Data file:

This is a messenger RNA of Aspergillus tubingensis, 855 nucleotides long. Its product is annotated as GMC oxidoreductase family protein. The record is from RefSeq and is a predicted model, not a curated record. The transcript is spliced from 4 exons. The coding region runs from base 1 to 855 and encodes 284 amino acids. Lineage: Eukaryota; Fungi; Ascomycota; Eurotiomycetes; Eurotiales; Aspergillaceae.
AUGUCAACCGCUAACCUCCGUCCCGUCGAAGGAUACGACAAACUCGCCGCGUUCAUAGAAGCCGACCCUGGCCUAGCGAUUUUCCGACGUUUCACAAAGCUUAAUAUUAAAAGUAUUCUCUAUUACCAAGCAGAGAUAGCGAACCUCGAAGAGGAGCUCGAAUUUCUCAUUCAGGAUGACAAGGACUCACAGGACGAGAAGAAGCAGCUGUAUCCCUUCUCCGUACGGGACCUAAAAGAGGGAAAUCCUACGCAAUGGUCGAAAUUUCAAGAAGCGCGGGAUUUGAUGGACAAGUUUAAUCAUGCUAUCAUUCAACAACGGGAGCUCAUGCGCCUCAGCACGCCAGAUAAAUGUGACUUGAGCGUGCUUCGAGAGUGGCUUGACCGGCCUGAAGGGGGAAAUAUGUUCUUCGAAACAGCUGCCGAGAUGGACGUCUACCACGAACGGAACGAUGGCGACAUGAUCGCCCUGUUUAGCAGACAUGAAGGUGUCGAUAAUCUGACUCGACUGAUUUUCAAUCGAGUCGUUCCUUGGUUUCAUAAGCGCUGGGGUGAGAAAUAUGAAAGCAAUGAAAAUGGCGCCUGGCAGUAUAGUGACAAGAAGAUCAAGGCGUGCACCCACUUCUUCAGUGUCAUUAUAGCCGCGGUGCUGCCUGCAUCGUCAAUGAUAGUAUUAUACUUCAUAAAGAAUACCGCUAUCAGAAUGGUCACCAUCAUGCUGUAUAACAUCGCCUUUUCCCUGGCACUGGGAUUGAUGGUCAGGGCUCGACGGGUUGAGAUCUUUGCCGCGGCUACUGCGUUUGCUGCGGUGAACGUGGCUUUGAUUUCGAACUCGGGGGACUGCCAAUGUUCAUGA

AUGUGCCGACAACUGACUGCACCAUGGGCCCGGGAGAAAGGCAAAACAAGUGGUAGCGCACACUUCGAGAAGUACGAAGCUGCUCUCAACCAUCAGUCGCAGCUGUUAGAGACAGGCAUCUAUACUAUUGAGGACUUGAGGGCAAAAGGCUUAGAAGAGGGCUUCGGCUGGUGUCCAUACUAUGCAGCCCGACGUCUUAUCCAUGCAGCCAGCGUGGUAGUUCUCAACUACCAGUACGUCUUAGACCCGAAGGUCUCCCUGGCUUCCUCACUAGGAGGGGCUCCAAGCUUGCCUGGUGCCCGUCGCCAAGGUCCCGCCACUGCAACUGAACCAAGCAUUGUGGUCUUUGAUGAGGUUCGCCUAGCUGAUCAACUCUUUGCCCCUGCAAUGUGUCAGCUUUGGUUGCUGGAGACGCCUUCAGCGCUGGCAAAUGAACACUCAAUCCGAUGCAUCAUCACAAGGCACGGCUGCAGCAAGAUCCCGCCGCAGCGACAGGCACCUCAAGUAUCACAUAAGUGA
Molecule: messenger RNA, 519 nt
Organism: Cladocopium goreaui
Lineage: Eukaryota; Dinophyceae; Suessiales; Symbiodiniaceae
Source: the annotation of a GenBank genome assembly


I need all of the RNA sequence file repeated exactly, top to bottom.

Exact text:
This is a messenger RNA of Aspergillus tubingensis, 855 nucleotides long. Its product is annotated as GMC oxidoreductase family protein. The record is from RefSeq and is a predicted model, not a curated record. The transcript is spliced from 4 exons. The coding region runs from base 1 to 855 and encodes 284 amino acids. Lineage: Eukaryota; Fungi; Ascomycota; Eurotiomycetes; Eurotiales; Aspergillaceae.
AUGUCAACCGCUAACCUCCGUCCCGUCGAAGGAUACGACAAACUCGCCGCGUUCAUAGAAGCCGACCCUGGCCUAGCGAUUUUCCGACGUUUCACAAAGCUUAAUAUUAAAAGUAUUCUCUAUUACCAAGCAGAGAUAGCGAACCUCGAAGAGGAGCUCGAAUUUCUCAUUCAGGAUGACAAGGACUCACAGGACGAGAAGAAGCAGCUGUAUCCCUUCUCCGUACGGGACCUAAAAGAGGGAAAUCCUACGCAAUGGUCGAAAUUUCAAGAAGCGCGGGAUUUGAUGGACAAGUUUAAUCAUGCUAUCAUUCAACAACGGGAGCUCAUGCGCCUCAGCACGCCAGAUAAAUGUGACUUGAGCGUGCUUCGAGAGUGGCUUGACCGGCCUGAAGGGGGAAAUAUGUUCUUCGAAACAGCUGCCGAGAUGGACGUCUACCACGAACGGAACGAUGGCGACAUGAUCGCCCUGUUUAGCAGACAUGAAGGUGUCGAUAAUCUGACUCGACUGAUUUUCAAUCGAGUCGUUCCUUGGUUUCAUAAGCGCUGGGGUGAGAAAUAUGAAAGCAAUGAAAAUGGCGCCUGGCAGUAUAGUGACAAGAAGAUCAAGGCGUGCACCCACUUCUUCAGUGUCAUUAUAGCCGCGGUGCUGCCUGCAUCGUCAAUGAUAGUAUUAUACUUCAUAAAGAAUACCGCUAUCAGAAUGGUCACCAUCAUGCUGUAUAACAUCGCCUUUUCCCUGGCACUGGGAUUGAUGGUCAGGGCUCGACGGGUUGAGAUCUUUGCCGCGGCUACUGCGUUUGCUGCGGUGAACGUGGCUUUGAUUUCGAACUCGGGGGACUGCCAAUGUUCAUGA

AUGUGCCGACAACUGACUGCACCAUGGGCCCGGGAGAAAGGCAAAACAAGUGGUAGCGCACACUUCGAGAAGUACGAAGCUGCUCUCAACCAUCAGUCGCAGCUGUUAGAGACAGGCAUCUAUACUAUUGAGGACUUGAGGGCAAAAGGCUUAGAAGAGGGCUUCGGCUGGUGUCCAUACUAUGCAGCCCGACGUCUUAUCCAUGCAGCCAGCGUGGUAGUUCUCAACUACCAGUACGUCUUAGACCCGAAGGUCUCCCUGGCUUCCUCACUAGGAGGGGCUCCAAGCUUGCCUGGUGCCCGUCGCCAAGGUCCCGCCACUGCAACUGAACCAAGCAUUGUGGUCUUUGAUGAGGUUCGCCUAGCUGAUCAACUCUUUGCCCCUGCAAUGUGUCAGCUUUGGUUGCUGGAGACGCCUUCAGCGCUGGCAAAUGAACACUCAAUCCGAUGCAUCAUCACAAGGCACGGCUGCAGCAAGAUCCCGCCGCAGCGACAGGCACCUCAAGUAUCACAUAAGUGA
Molecule: messenger RNA, 519 nt
Organism: Cladocopium goreaui
Lineage: Eukaryota; Dinophyceae; Suessiales; Symbiodiniaceae
Source: the annotation of a GenBank genome assembly